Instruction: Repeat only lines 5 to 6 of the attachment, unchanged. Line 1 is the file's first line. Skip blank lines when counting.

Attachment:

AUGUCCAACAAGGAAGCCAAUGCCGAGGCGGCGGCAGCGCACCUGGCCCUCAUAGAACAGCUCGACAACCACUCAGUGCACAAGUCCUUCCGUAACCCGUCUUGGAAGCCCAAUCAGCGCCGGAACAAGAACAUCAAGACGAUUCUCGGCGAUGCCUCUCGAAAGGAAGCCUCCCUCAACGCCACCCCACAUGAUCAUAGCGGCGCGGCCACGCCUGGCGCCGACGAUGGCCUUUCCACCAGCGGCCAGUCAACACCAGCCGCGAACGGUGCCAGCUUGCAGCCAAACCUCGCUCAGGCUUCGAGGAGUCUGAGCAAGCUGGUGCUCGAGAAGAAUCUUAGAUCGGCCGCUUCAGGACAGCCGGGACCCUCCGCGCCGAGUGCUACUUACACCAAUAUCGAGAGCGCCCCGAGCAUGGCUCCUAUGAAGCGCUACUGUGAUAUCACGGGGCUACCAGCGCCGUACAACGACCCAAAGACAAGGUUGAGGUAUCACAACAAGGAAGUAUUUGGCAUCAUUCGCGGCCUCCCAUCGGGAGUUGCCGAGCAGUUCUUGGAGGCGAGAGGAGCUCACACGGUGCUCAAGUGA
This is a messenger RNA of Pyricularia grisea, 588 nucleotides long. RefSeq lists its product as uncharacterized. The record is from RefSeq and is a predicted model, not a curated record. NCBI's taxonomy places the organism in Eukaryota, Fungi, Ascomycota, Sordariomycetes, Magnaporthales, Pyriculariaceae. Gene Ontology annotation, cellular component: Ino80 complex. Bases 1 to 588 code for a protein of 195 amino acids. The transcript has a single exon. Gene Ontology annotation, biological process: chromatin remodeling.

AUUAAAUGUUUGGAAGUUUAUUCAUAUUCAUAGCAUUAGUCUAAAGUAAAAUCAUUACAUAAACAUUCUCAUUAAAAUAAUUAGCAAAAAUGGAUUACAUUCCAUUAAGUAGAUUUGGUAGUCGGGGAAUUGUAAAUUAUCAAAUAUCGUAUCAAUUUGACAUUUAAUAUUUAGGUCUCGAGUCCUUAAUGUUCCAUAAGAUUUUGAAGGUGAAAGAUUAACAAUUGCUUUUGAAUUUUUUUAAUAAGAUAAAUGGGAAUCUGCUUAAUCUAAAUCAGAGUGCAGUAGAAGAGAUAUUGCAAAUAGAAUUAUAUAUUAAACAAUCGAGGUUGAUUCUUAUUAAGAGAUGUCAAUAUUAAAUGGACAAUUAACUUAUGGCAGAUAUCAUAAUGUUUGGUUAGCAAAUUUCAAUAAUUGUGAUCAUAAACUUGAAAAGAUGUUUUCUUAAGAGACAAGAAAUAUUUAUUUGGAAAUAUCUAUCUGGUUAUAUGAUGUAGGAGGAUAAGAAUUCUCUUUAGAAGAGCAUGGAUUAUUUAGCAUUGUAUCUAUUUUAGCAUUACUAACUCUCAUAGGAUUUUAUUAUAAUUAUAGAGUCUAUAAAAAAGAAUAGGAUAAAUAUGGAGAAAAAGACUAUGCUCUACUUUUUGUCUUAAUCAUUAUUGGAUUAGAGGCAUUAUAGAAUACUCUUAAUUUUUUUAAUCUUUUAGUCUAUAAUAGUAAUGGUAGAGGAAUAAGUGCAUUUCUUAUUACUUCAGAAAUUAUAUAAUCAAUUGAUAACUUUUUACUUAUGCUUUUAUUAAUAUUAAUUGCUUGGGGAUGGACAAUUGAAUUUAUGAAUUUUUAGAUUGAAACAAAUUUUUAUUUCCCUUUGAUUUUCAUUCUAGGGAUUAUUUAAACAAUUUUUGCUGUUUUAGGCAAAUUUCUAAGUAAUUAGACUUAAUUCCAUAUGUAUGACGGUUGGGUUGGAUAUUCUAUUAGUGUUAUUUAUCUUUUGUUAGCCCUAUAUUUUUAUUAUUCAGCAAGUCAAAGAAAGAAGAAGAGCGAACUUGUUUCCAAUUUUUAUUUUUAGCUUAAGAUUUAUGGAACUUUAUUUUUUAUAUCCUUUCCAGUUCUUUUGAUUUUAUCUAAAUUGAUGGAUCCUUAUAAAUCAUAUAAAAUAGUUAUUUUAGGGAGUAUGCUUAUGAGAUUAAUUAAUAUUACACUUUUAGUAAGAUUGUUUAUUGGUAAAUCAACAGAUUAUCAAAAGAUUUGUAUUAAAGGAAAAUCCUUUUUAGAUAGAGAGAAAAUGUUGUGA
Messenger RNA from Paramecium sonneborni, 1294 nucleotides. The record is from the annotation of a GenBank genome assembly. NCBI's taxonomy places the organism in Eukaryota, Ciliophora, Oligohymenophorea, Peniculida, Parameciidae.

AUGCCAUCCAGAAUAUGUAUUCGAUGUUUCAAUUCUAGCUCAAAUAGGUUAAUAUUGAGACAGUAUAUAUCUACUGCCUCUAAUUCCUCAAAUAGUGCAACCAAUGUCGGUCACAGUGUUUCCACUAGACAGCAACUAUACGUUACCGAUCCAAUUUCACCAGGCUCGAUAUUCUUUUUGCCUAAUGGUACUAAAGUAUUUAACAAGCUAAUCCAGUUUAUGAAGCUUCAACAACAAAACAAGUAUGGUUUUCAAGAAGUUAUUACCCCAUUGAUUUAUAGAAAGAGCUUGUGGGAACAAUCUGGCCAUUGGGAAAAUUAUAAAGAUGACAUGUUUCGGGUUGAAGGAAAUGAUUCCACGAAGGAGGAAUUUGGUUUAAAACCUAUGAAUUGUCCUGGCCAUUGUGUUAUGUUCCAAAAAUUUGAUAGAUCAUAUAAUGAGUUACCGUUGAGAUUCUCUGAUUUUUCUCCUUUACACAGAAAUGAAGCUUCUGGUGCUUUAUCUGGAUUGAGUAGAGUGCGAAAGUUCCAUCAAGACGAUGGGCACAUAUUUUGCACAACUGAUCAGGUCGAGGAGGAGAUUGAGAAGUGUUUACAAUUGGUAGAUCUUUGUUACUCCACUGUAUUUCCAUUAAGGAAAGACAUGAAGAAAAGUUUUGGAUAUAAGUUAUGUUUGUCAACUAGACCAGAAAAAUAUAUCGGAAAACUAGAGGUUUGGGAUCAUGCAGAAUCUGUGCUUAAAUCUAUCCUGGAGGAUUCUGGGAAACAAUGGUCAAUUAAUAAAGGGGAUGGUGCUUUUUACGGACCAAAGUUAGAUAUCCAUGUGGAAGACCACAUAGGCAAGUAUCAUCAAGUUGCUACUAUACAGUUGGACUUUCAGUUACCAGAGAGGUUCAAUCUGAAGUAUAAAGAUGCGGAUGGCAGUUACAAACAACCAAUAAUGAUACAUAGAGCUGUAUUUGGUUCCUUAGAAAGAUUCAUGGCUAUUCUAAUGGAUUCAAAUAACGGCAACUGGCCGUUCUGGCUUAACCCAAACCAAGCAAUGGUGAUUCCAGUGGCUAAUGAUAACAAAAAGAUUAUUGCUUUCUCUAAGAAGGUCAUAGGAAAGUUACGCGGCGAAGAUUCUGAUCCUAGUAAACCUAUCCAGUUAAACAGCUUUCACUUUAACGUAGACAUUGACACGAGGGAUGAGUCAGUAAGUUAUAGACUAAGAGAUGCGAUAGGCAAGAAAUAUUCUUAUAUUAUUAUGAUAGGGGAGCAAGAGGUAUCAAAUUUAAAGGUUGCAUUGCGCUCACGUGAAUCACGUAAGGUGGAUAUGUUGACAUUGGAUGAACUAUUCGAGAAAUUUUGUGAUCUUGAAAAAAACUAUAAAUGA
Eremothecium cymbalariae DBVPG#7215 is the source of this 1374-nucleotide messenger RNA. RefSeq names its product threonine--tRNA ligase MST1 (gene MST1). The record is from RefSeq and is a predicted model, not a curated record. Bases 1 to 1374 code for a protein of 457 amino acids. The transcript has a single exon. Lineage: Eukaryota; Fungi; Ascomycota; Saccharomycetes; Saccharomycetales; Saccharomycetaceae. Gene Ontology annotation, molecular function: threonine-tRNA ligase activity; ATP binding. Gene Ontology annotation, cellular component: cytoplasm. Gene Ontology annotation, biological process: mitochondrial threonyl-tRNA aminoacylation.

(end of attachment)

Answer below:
AUGCCAUCCAGAAUAUGUAUUCGAUGUUUCAAUUCUAGCUCAAAUAGGUUAAUAUUGAGACAGUAUAUAUCUACUGCCUCUAAUUCCUCAAAUAGUGCAACCAAUGUCGGUCACAGUGUUUCCACUAGACAGCAACUAUACGUUACCGAUCCAAUUUCACCAGGCUCGAUAUUCUUUUUGCCUAAUGGUACUAAAGUAUUUAACAAGCUAAUCCAGUUUAUGAAGCUUCAACAACAAAACAAGUAUGGUUUUCAAGAAGUUAUUACCCCAUUGAUUUAUAGAAAGAGCUUGUGGGAACAAUCUGGCCAUUGGGAAAAUUAUAAAGAUGACAUGUUUCGGGUUGAAGGAAAUGAUUCCACGAAGGAGGAAUUUGGUUUAAAACCUAUGAAUUGUCCUGGCCAUUGUGUUAUGUUCCAAAAAUUUGAUAGAUCAUAUAAUGAGUUACCGUUGAGAUUCUCUGAUUUUUCUCCUUUACACAGAAAUGAAGCUUCUGGUGCUUUAUCUGGAUUGAGUAGAGUGCGAAAGUUCCAUCAAGACGAUGGGCACAUAUUUUGCACAACUGAUCAGGUCGAGGAGGAGAUUGAGAAGUGUUUACAAUUGGUAGAUCUUUGUUACUCCACUGUAUUUCCAUUAAGGAAAGACAUGAAGAAAAGUUUUGGAUAUAAGUUAUGUUUGUCAACUAGACCAGAAAAAUAUAUCGGAAAACUAGAGGUUUGGGAUCAUGCAGAAUCUGUGCUUAAAUCUAUCCUGGAGGAUUCUGGGAAACAAUGGUCAAUUAAUAAAGGGGAUGGUGCUUUUUACGGACCAAAGUUAGAUAUCCAUGUGGAAGACCACAUAGGCAAGUAUCAUCAAGUUGCUACUAUACAGUUGGACUUUCAGUUACCAGAGAGGUUCAAUCUGAAGUAUAAAGAUGCGGAUGGCAGUUACAAACAACCAAUAAUGAUACAUAGAGCUGUAUUUGGUUCCUUAGAAAGAUUCAUGGCUAUUCUAAUGGAUUCAAAUAACGGCAACUGGCCGUUCUGGCUUAACCCAAACCAAGCAAUGGUGAUUCCAGUGGCUAAUGAUAACAAAAAGAUUAUUGCUUUCUCUAAGAAGGUCAUAGGAAAGUUACGCGGCGAAGAUUCUGAUCCUAGUAAACCUAUCCAGUUAAACAGCUUUCACUUUAACGUAGACAUUGACACGAGGGAUGAGUCAGUAAGUUAUAGACUAAGAGAUGCGAUAGGCAAGAAAUAUUCUUAUAUUAUUAUGAUAGGGGAGCAAGAGGUAUCAAAUUUAAAGGUUGCAUUGCGCUCACGUGAAUCACGUAAGGUGGAUAUGUUGACAUUGGAUGAACUAUUCGAGAAAUUUUGUGAUCUUGAAAAAAACUAUAAAUGA
Eremothecium cymbalariae DBVPG#7215 is the source of this 1374-nucleotide messenger RNA. RefSeq names its product threonine--tRNA ligase MST1 (gene MST1). The record is from RefSeq and is a predicted model, not a curated record. Bases 1 to 1374 code for a protein of 457 amino acids. The transcript has a single exon. Lineage: Eukaryota; Fungi; Ascomycota; Saccharomycetes; Saccharomycetales; Saccharomycetaceae. Gene Ontology annotation, molecular function: threonine-tRNA ligase activity; ATP binding. Gene Ontology annotation, cellular component: cytoplasm. Gene Ontology annotation, biological process: mitochondrial threonyl-tRNA aminoacylation.